Effect of smoking ban in New York is unclear

Some nightclubs struggle as many restaurants thrive


NEW YORK - When New York City banned smoking in its bars and restaurants in March, opponents warned that the tough law would drive away customers and devastate businesses. Supporters insisted that New Yorkers would quickly adjust.

Nine months later, the effect is hardly so clear-cut. An examination of government data, public polls, private surveys and interviews with customers, employees and owners of more than three dozen bars and restaurants around the city shows the law having an effect on some businesses, but certainly not on all.

Many bar owners and managers say the smoking ban has hurt business, eroding profits and, in some cases, forcing them to cut back hours or lay off workers. Others say they have seen virtually no effect.

Some restaurants and bars say business is fine - even thriving, as the economy improves - particularly in places where food is a main draw. Further, a large majority of New Yorkers have said in recent polls that they are happy with the law. One survey shows that many regular restaurant-goers see a smoke-free environment as an attraction.

That does not mean, though, that some city night spots are not hurt by the ban. Happy-hour sales on Friday nights at the Whiskey Ward on the Lower East Side have dropped to barely $100, from $600, a co-owner says, and regulars have disappeared along with the ashtrays.

A co-owner of Patroon, a steakhouse in Midtown, says he no longer sees much of a cigar-puffing, after-dinner crowd. And in the meatpacking district, the owner of Hogs & Heifers, where Julia Roberts was once enticed to dance on the bar, says she is considering laying off four employees.

Then there are the many nuisances wrought by the smoking ban, which bar owners and bartenders say just makes it harder to scrape out a living in an already tough business.

"It's harder to keep track of everybody going in and out," said Chuck Zeilfelder, a bartender at Bourbon Street in Queens, who opposes the ban. "It's common for people to leave money on the bar, and that becomes an issue - how much they left. Also, people leave their drinks on the bar and go out. The drinks get thrown out, and then you have to buy them another round on the house."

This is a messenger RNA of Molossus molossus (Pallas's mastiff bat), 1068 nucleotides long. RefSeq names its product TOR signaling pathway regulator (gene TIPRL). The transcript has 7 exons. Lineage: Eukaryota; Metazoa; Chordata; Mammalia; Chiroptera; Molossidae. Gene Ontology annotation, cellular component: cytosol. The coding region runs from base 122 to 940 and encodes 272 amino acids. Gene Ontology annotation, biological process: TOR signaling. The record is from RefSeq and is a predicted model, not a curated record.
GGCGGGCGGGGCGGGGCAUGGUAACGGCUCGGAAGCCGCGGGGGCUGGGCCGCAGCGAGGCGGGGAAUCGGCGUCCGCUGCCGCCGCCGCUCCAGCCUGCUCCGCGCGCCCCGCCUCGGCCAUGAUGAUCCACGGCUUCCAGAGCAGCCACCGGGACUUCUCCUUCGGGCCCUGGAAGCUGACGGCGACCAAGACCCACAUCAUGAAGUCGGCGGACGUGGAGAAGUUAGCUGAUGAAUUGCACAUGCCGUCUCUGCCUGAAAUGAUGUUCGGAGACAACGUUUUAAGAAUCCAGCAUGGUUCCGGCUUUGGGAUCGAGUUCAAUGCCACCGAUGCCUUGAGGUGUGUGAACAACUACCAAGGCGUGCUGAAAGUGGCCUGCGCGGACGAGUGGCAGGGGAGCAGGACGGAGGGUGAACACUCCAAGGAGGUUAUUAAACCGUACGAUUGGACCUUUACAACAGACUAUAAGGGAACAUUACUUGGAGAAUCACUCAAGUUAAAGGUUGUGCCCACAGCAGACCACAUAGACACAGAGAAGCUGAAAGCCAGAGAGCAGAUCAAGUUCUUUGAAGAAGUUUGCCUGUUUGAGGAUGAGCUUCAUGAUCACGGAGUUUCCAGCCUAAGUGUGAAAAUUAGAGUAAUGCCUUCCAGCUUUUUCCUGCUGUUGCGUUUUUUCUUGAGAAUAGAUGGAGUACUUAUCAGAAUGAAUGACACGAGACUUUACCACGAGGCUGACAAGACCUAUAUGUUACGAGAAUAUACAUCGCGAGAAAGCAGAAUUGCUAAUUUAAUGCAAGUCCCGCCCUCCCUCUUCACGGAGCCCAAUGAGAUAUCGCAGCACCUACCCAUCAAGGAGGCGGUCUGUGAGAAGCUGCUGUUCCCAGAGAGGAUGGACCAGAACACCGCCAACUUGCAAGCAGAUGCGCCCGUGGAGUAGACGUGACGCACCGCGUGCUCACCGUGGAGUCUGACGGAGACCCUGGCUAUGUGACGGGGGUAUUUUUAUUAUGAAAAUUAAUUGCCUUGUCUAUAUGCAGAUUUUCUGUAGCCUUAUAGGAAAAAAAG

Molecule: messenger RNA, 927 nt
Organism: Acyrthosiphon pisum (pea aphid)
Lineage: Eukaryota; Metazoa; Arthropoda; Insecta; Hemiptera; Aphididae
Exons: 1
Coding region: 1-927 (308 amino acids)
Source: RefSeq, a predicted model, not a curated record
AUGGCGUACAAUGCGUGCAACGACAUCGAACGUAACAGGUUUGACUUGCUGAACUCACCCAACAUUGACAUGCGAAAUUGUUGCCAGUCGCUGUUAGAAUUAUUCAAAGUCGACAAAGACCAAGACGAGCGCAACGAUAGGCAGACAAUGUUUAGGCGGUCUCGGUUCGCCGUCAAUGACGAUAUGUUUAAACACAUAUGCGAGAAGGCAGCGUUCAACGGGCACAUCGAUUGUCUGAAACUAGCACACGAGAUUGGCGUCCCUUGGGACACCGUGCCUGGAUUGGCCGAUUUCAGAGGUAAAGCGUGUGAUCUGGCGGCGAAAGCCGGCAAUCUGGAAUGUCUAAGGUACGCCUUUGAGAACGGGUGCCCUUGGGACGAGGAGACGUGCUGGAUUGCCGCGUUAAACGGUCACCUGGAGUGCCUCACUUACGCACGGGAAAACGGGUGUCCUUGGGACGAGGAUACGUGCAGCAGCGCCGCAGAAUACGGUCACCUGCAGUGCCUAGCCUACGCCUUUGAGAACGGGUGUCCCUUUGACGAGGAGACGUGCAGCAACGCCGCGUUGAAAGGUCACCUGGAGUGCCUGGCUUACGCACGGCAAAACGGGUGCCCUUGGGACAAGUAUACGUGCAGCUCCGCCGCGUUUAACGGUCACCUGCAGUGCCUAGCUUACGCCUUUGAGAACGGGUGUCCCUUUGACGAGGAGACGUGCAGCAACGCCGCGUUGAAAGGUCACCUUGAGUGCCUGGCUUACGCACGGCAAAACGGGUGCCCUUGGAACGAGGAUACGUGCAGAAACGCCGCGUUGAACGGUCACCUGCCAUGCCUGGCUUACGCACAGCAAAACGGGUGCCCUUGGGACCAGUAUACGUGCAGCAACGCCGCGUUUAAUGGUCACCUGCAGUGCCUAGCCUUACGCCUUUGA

It is unclear whether the complaints about the smoking ban are anything more than growing pains, as a city that prides itself on its night life adjusts to the far-reaching new law. Certainly, where the city goes from here is of great interest to other places around the world, such as Ireland, Norway, and Baltimore, which are debating their own versions of the law.

The early evidence, however, is that many businesses are unharmed. In fact, though rumors swirl in an environment where every bit of news is touted by the side it favors, a reporter could not verify that one bar, restaurant or club, of the more than 20,000 in the city, had closed solely because of the smoking ban.

In contrast, the owner-chef at Gotham Bar and Grill, Alfred Portale, says more people are dining at the pink granite bar, where the food is served on black lacquer trays. The bar at the Jazz Standard remains packed every night, its owner says. And the line only grows longer outside McSorley's Old Ale House, the original "wonderful saloon" chronicled by the writer Joseph Mitchell, though some patrons have grumbled that they miss having a Marlboro with their house ale.

"Believe it or not, it may be helping us because it's driving people to drink," said McSorley's owner, Matthew Maher.

The city's anti-smoking law was championed by Mayor Michael R. Bloomberg, who saw it as a health initiative to protect restaurant and bar workers from being exposed to secondhand smoke. In July, the state followed with an even tougher smoking ban.

Even if the city were to repeal its ban, the state's would remain in effect - something that has not seemed to make much difference to the smokers and businesses that continue to blame the mayor for their woes and lobby to have the city's law amended.

The ban does not appear to have deterred businesses from opening in New York City. The New York State Liquor Authority, which issues licenses to establishments that serve alcohol, received 127 applications from city businesses last month, compared with 126 in November last year. The number of licenses granted by the authority in that same period rose to 106 last month, from 75 the year before.

The city's Health Department, which enforces the smoking ban, has also analyzed monthly employment numbers and found no overall job loss in the food service and drinking industry. Critics have countered that such findings are politically motivated, and cannot show when establishments cut back shifts and absorb revenue losses. But many restaurants and bars refuse to divulge their finances, making it difficult to gauge the validity of their complaints.

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